Businesses must recognize and embrace failure, otherwise they are paying lip service to creating an innovative culture
Are we witnessing the beginning of the end for #Instagram?
In three words, Intuitive Intelligent Interaction.
This will be the foundation of Web 3.0 according to the experts. Thanks to the exponential growth rate in computer processing power, cognitive computing on a massive scale is on the horizon. If you want to take a sneak peek at what the future holds, look no further than Siri, Google Now and Cortana, although they are merely children by comparison to the A.I. of the future.
As the era of Web 3.0 evolves into a mature state, you will have 24/7 access to your very own personal assistant. S/he will be equipped with an intimate knowledge of your preferences thanks to your vast and ever expanding digital footprint, rendering the traditional search for information a highly inefficient practice of a bygone era.
Consider this, in the not too distant future you ask Assistant a question, ‘I would like to purchase a bottle of red wine on my way home’. In the blink of an eye, S/he assimilates all of your prior history relating to wine. S/he has access to your browsing history, likes, bookmarks, apps and any recommendations you’ve posted plus everything else you ever did online. Armed with this information, it is safe to say, a computer with sufficient processing power and the necessary intelligence software would quickly ascertain the following. You once had a preference for Californian Cabernet’s priced around $30, but you have shown a more recent tendency towards buying Argentinian Malbec in the price range of $25 to $30 dollars. With this information and access to all of the data on the internet, you will likely get an answer like this. “Hi Rob, I notice you are currently enjoying Malbec. 2.5 miles from your current location you will find a 93 point Bramare Malbec by Vina Cobos at Jerry’s Wine Emporium for the excellent price of $28. Do you want me to order it and have it ready for pick-up?”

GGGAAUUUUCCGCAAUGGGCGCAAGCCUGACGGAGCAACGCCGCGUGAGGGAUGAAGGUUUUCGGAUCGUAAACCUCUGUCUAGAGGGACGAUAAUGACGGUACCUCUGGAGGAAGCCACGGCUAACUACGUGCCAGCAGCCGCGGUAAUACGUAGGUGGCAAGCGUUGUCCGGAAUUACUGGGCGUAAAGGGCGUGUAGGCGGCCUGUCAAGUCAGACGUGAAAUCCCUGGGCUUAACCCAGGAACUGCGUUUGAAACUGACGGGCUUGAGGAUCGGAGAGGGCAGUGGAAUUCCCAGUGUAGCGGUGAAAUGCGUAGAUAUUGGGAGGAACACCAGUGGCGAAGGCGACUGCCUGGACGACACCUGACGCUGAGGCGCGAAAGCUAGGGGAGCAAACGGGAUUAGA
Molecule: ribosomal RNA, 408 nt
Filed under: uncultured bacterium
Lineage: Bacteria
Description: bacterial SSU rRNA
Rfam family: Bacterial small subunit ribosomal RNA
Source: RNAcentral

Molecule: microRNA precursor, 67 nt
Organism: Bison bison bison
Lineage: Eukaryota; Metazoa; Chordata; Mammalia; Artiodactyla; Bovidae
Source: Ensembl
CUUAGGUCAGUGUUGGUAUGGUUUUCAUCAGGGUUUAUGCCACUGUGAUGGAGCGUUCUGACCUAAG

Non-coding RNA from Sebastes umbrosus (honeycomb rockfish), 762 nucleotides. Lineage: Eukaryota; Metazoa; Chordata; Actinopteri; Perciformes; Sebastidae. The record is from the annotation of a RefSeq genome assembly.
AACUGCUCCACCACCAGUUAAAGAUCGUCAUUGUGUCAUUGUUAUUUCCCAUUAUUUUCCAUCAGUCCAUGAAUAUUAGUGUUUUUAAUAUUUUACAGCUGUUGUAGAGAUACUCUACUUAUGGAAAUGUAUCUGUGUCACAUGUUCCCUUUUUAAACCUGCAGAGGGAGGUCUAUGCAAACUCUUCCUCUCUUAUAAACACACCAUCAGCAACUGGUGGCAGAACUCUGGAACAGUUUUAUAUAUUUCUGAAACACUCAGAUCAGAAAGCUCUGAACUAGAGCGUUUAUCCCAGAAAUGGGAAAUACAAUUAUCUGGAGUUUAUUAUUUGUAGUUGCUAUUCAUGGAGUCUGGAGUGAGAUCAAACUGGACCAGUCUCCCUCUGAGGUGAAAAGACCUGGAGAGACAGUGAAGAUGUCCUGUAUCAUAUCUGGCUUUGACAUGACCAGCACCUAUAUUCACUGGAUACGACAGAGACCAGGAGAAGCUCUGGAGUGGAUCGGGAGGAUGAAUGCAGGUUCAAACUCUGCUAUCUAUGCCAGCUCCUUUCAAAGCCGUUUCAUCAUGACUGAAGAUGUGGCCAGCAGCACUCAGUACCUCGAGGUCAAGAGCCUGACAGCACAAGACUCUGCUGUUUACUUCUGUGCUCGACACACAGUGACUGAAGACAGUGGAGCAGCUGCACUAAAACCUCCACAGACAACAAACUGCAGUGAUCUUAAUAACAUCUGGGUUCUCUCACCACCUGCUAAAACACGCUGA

Think about it, all the components are there. S/he knows your current location. S/he knows you are most likely on your way home because of the time of day and your route. S/he can see that you use apps from Vivino and Robert Parker and that you have posted reviews of wine you have enjoyed to a multitude of social networks. S/he also has access to millions of reviews from other wine consumers and of course the inventory of wine retailers in your vicinity. So it only takes a small leap of faith to believe that future technology will bring all of the disparate data sources together to provide you with a highly relevant recommendation in a matter of seconds.
But, this kind of technology and software isn’t going to be available on a global scale for a while yet. But it will permeate our experiences on a day by day basis little by little, Google Now as a great example.
Google Now is already trying to provide useful information by monitoring my inbox and search data. With access to that content I’m already receiving useful and actionable information which is surprisingly accurate.